Asked if his caucus giving is connected to his leadership races over the years, Curtis just smiled and said: "I just want good people to be elected."
Besides the normal money players on Capitol Hill this session, there is a new heavy-hitter: The Conservative Caucus PAC in the House.
Headed by Rep. Greg Hughes, R-Draper, the newly formed group just started fund raising in December. "We have $64,000 already," Hughes said. The largest contributor is former GOP gubernatorial candidate Fred Lampropoulos, just picked to be the Utah GOP's national committeeman. "He believes in our work, and he just gave us $50,000," Hughes said.
As more money rolls into the Conservative Caucus PAC, some of it will be spent to re-elect the approximately 30 members of the new caucus. "And, hey, we may get some more conservatives" signed up, Hughes said about his newfound wealth.
Issues of interest
Special-interest donors tend to have bills of interest pending in the Legislature. Realtors, for examples, have testified before a number of committees either in favor of or in opposition to a dozen bills.
Among legislation that Realtors seek, for example, is SB170 by Sen. Al Mansell, R-Sandy, who is a Realtor himself. It would limit zoning powers that cities now have. The bill would prevent cities from zoning for aesthetics or to control congestion, and would ban cities from depriving landowners of "all economically viable uses" of land.
A lobbyist for the Utah League of Cities and Towns, which does not make campaign contributions, this past week said that SB170 is one of the main bills the league wants to amend or kill.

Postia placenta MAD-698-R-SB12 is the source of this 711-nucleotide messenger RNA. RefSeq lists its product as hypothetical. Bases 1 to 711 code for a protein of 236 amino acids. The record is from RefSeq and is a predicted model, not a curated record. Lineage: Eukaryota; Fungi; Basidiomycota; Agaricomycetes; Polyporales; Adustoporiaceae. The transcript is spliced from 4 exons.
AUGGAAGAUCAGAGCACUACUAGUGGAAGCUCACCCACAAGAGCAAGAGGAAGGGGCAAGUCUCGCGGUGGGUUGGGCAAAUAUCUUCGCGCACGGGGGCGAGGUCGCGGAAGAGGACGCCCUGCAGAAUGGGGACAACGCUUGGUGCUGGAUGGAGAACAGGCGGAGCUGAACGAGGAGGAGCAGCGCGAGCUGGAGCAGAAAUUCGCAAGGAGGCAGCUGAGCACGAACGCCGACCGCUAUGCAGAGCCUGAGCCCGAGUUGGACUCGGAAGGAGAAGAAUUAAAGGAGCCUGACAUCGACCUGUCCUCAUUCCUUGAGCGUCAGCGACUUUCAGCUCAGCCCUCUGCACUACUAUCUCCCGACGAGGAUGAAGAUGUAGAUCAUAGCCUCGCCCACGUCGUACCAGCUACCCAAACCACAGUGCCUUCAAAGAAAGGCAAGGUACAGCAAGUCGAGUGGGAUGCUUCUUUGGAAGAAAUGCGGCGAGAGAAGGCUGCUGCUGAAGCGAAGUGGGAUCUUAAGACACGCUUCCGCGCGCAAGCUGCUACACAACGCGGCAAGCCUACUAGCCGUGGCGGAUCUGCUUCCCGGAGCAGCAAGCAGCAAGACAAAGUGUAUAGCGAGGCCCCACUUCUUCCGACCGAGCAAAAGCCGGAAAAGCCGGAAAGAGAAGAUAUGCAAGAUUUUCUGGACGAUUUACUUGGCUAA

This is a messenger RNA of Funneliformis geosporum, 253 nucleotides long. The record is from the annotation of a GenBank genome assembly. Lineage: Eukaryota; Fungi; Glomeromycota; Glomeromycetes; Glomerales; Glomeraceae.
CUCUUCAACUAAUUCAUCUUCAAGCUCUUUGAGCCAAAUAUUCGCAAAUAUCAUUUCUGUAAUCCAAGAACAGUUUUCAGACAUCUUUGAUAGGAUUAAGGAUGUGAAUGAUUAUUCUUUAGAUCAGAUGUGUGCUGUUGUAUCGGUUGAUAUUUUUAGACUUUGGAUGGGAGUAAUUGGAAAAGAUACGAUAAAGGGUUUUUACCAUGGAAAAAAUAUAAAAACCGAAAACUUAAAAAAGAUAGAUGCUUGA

Other bills of interest to Realtors range from proposals to amend grounds for disciplining real estate agents to limiting reasons that building permits can be rejected and changing property recording procedures.
The overall industry that gave the most is the finance industry. It gave at least $137,385 — including $52,760 from banking groups, $40,000 from the Mortgage Insurance Companies of America, and $10,800 from credit unions, among others.
In the past, banks and credit unions have waged war over tax-exempt credit unions operating more like tax-paying banks. While such battles are not expected this year, such industries are expected to fight planned moves to impose caps on high interest rates charged by "payday" lenders.
Some banks argue it might lead to other rate caps on other things from car loans to mortgages, or make Utah perceived as unfriendly to the overall industry — which could chase away industrial banks and credit-card companies now locating here.
The finance industry gave about a fourth of all 2005 donations disclosed. Also, it spread donations to 49 of the 104 state legislators and their parties.
At $22,500, Curtis collected more than twice as much as the No. 2 recipient, Sen. Sheldon Killpack, R-Syracuse, who received $10,500.
The lion's share of money reported by special interests went to arms of political parties, rather than legislators themselves. Of the $432,466 they reported giving to legislators or their parties, $308,621 went to parties and/or the legislators' party PACs; $123,845 went to lawmakers themselves.
The $123,000 to lawmakers is roughly about 5 percent of the combined total they normally spend on all their races over a two-year cycle.
But the party money often comes back to help legislators, either directly as contributions to individual legislator's campaign accounts, or indirectly, through party-run get-out-the-vote efforts.
Donations to legislators' PACs include: the House Republican Election Committee, $39,825 from the special interests; the Senate Republican Campaign Committee, $7,500; Senate Democrats, $6,950; and House Democrats, $5,950.
Parties also may take some money that legislators themselves may be hesitant to accept. For example, parties accepted $6,600 in donations from tobacco or beer interests (with Republicans taking $3,600 and Democrats taking $3,000). Parties can use such money to lawmakers' benefit, without lawmakers facing any embarrassment about taking money personally from such groups.